Alex Bernasek wants to change the perception of economics from a science of numbers to a science of people. She studies gender and economics as it relates to inequality, such as the wage gap and the motherhood penalty, and works to bring more women to the fore in the discipline.
Joanna Mosley participates in the Economics undergraduate research internship program with faculty mentor Stephan Weiler to add information about small business in Steamboat Springs to an economic dashboard for rural Colorado counties.
Economics Ph.D. candidate Sarah Small was attracted to CSU’s unique coursework in feminist economics and political economy. After six years in the program, Small has thrived in policy-focused research and has enjoyed teaching economics to underrepresented students, making economics more accessible.
The border cities of El Paso, Texas and Ciudad Juarez, Mexico – both big industrial hubs – exist specifically because the border exists, characterized by a tension that fuels economic activity. Professor Anita Pena and PhD student Adam Walke explore the complexities of interconnected economies and the economics of immigration, which is inevitably about people.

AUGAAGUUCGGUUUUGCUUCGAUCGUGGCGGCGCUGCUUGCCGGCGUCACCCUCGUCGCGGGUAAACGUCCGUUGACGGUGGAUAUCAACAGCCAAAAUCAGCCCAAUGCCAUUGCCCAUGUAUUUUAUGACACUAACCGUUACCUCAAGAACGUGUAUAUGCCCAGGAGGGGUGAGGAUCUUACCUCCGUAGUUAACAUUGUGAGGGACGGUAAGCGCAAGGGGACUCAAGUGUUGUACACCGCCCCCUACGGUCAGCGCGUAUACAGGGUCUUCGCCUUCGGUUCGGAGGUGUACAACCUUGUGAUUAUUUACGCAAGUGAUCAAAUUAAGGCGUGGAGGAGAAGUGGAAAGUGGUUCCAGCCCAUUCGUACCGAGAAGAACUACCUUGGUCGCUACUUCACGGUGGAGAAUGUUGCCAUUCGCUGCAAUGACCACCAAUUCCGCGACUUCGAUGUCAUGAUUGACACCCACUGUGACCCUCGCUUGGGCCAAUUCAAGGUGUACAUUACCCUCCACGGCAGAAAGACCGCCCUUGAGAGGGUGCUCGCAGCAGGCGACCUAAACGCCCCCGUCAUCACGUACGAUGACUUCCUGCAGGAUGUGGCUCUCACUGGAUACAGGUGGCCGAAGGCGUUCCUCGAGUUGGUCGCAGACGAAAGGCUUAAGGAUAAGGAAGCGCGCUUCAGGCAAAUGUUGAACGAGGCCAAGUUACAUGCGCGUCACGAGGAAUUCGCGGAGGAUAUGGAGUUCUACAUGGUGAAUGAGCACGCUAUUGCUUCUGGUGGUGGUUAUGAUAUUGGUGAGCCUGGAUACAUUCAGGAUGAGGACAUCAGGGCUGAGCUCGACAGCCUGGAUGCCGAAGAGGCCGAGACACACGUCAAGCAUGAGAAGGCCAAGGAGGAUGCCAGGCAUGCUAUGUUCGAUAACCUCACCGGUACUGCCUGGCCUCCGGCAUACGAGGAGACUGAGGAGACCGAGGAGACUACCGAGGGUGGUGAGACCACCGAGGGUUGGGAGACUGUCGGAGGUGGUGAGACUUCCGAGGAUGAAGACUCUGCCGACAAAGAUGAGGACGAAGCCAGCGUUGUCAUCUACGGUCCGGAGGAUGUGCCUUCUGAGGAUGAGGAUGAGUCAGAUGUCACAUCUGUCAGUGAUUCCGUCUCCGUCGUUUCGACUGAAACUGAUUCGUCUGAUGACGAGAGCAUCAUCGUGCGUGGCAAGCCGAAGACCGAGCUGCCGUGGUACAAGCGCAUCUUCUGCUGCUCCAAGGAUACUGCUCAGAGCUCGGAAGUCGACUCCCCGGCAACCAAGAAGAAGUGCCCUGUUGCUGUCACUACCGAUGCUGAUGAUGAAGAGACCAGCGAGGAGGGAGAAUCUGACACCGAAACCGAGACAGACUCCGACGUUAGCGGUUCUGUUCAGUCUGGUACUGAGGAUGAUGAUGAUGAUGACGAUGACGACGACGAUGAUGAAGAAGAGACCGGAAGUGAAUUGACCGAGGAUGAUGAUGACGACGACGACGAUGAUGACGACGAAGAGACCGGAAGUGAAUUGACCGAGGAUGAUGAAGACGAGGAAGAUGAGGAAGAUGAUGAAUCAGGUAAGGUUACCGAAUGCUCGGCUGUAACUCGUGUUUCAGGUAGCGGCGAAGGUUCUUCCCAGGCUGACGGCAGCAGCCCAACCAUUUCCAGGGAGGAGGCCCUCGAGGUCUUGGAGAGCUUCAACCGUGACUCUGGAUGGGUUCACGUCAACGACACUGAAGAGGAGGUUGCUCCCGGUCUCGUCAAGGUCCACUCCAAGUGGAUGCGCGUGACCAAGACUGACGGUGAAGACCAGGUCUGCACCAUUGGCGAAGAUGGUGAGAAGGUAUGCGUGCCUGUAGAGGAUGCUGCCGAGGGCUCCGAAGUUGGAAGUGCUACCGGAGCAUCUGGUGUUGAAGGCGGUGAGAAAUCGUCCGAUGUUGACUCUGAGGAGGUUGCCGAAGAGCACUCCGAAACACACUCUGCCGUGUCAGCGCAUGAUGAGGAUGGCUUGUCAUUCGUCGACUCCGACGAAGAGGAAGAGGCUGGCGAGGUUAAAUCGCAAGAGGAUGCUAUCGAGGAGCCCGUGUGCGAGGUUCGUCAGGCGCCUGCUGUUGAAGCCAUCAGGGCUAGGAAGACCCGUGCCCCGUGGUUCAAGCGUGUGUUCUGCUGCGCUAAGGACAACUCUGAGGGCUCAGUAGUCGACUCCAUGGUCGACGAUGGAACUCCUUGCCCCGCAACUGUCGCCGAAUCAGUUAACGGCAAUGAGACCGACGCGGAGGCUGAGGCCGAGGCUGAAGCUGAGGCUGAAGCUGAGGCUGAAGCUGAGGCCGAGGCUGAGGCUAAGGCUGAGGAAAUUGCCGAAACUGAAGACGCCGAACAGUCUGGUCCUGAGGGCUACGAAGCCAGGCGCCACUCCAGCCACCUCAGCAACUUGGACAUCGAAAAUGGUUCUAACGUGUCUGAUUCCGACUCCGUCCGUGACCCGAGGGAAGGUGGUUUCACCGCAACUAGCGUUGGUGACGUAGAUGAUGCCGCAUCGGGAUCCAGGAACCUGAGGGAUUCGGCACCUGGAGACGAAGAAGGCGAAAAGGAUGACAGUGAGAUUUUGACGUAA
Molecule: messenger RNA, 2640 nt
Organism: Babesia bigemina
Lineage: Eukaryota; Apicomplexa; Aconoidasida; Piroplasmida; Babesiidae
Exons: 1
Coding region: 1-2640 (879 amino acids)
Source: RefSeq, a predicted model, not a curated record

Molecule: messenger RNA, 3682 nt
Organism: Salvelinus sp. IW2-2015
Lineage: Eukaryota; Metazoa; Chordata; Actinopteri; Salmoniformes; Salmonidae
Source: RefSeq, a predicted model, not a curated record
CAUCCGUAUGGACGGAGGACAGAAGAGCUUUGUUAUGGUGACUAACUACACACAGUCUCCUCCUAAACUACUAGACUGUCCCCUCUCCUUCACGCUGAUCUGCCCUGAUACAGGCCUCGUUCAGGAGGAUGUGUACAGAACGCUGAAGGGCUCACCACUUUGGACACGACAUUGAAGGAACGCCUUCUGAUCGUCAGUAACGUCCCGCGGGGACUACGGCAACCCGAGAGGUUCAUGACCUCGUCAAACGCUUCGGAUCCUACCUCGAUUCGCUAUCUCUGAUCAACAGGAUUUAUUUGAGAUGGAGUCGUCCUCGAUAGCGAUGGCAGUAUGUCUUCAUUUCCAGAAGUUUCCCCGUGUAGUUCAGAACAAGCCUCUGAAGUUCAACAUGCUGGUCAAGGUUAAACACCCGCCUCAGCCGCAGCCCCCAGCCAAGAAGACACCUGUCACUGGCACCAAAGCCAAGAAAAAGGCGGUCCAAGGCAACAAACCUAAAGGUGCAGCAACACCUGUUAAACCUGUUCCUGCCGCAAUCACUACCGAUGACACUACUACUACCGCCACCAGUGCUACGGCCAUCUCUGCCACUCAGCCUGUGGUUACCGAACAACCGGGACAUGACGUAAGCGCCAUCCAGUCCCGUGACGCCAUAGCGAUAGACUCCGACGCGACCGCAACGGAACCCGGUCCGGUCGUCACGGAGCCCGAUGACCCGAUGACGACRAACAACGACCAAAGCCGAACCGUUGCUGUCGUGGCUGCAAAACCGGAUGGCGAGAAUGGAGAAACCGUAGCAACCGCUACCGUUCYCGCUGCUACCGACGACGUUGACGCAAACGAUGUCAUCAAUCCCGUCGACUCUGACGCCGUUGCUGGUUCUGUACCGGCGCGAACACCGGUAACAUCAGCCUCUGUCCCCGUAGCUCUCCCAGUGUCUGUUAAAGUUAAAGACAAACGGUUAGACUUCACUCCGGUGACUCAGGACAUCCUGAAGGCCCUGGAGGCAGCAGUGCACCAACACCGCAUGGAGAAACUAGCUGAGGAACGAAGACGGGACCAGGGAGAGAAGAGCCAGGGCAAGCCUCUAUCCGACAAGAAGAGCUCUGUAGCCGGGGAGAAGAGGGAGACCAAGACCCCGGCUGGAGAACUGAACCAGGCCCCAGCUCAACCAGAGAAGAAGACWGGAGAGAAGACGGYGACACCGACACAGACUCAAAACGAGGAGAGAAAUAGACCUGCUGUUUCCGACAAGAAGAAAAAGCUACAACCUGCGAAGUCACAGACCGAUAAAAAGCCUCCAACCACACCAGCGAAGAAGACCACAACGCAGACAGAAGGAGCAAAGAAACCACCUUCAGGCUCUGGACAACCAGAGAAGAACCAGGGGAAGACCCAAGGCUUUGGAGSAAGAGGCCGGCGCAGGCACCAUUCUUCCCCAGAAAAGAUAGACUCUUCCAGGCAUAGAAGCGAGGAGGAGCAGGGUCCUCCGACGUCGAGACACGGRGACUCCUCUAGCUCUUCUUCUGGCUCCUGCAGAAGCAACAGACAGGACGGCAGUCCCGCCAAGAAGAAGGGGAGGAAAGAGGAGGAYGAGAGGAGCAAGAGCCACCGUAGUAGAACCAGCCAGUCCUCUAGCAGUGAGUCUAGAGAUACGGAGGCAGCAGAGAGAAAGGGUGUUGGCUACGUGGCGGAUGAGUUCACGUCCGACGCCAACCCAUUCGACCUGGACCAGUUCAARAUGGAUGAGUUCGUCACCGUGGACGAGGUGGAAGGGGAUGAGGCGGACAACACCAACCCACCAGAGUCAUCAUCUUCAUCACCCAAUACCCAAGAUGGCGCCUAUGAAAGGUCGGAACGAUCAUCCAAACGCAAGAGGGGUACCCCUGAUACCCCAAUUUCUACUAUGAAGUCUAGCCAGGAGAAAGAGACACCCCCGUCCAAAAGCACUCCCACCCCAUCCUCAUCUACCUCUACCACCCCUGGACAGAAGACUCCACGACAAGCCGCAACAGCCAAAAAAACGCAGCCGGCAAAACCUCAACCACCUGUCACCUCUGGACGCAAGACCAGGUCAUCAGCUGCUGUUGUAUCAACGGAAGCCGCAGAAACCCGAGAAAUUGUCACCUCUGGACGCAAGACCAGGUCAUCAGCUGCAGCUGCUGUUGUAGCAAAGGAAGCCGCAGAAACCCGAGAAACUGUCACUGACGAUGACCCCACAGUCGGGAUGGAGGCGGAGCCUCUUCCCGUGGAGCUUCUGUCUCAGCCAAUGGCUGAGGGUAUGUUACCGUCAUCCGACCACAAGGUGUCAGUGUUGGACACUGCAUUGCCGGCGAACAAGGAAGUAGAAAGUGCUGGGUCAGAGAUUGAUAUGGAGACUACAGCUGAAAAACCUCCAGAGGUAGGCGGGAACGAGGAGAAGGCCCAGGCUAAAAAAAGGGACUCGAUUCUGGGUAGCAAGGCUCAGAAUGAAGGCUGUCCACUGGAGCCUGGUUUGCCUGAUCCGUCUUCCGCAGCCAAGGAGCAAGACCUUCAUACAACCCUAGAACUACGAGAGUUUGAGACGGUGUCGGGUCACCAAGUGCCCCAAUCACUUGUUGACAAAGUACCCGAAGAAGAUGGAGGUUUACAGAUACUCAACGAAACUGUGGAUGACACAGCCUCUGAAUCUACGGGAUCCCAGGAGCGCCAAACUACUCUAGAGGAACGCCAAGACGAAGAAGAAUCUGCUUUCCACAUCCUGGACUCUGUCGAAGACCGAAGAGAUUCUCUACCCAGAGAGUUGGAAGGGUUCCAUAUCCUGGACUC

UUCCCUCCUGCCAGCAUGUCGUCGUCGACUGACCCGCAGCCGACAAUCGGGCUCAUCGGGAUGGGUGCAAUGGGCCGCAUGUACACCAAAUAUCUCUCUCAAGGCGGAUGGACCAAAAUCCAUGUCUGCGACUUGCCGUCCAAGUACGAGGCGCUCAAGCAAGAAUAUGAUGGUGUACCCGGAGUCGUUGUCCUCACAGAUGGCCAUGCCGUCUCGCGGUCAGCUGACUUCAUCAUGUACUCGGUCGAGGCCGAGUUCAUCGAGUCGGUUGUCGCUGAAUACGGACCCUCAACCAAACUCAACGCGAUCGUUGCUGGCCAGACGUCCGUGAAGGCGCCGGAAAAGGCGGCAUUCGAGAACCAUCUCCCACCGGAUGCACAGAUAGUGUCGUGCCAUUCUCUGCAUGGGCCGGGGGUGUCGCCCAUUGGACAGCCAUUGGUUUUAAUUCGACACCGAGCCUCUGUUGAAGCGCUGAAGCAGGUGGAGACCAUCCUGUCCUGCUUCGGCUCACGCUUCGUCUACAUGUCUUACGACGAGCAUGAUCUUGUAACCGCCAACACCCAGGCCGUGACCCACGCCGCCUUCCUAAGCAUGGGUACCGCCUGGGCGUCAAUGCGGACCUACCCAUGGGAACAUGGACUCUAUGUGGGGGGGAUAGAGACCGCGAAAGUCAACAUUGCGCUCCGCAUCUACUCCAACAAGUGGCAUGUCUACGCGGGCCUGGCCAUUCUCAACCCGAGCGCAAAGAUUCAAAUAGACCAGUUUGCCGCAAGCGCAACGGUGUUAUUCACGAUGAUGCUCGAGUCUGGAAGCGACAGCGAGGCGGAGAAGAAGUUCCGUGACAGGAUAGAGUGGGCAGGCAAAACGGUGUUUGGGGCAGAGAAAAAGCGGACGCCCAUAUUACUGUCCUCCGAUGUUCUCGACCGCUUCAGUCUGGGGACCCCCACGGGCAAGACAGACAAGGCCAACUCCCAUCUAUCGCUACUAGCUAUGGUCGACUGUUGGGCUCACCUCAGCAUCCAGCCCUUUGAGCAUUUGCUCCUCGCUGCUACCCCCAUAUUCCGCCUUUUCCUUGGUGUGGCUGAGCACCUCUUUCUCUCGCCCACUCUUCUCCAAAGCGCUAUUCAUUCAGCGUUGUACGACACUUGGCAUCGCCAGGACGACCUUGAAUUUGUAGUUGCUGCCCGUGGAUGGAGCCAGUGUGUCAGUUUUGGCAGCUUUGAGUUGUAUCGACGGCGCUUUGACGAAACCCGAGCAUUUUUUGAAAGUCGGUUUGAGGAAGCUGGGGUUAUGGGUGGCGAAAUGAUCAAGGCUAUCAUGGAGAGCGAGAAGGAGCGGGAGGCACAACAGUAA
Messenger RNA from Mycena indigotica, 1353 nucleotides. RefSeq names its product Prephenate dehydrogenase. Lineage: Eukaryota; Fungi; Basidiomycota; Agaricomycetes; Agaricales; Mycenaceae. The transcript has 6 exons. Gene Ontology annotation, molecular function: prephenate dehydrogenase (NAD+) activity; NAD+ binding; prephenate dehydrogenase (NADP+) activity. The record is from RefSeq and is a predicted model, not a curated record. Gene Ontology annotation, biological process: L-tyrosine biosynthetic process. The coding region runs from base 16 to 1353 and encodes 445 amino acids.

In the Department of Economics, together, we investigate, imagine, lead, learn, and solve. From innovative teaching approaches to increased gender representation, the value of charismatic wildlife to a green economic recovery, students and faculty are exploring issues of inequality and sustainability in a variety of ways.
Chris Keyes, Ph.D. candidate, has discovered not just a correlation, but a causal relationship, between a region’s level of lead and the degree to which the people who grew up there suffered adverse health and cognitive effects from elevated levels of lead in their blood.
Identifying rural solutions to urban needs, and vice versa, has been a big part of Professor Stephan Weiler’s work for decades. With the Regional Economic Development Institute, Weiler and others are examining the many ways to bridge the urban-rural divide. Whether it’s malting barley, charter school supply and demand, or poverty and incarceration, rural and urban communities can learn from and benefit one another and provide opportunities for more people to succeed.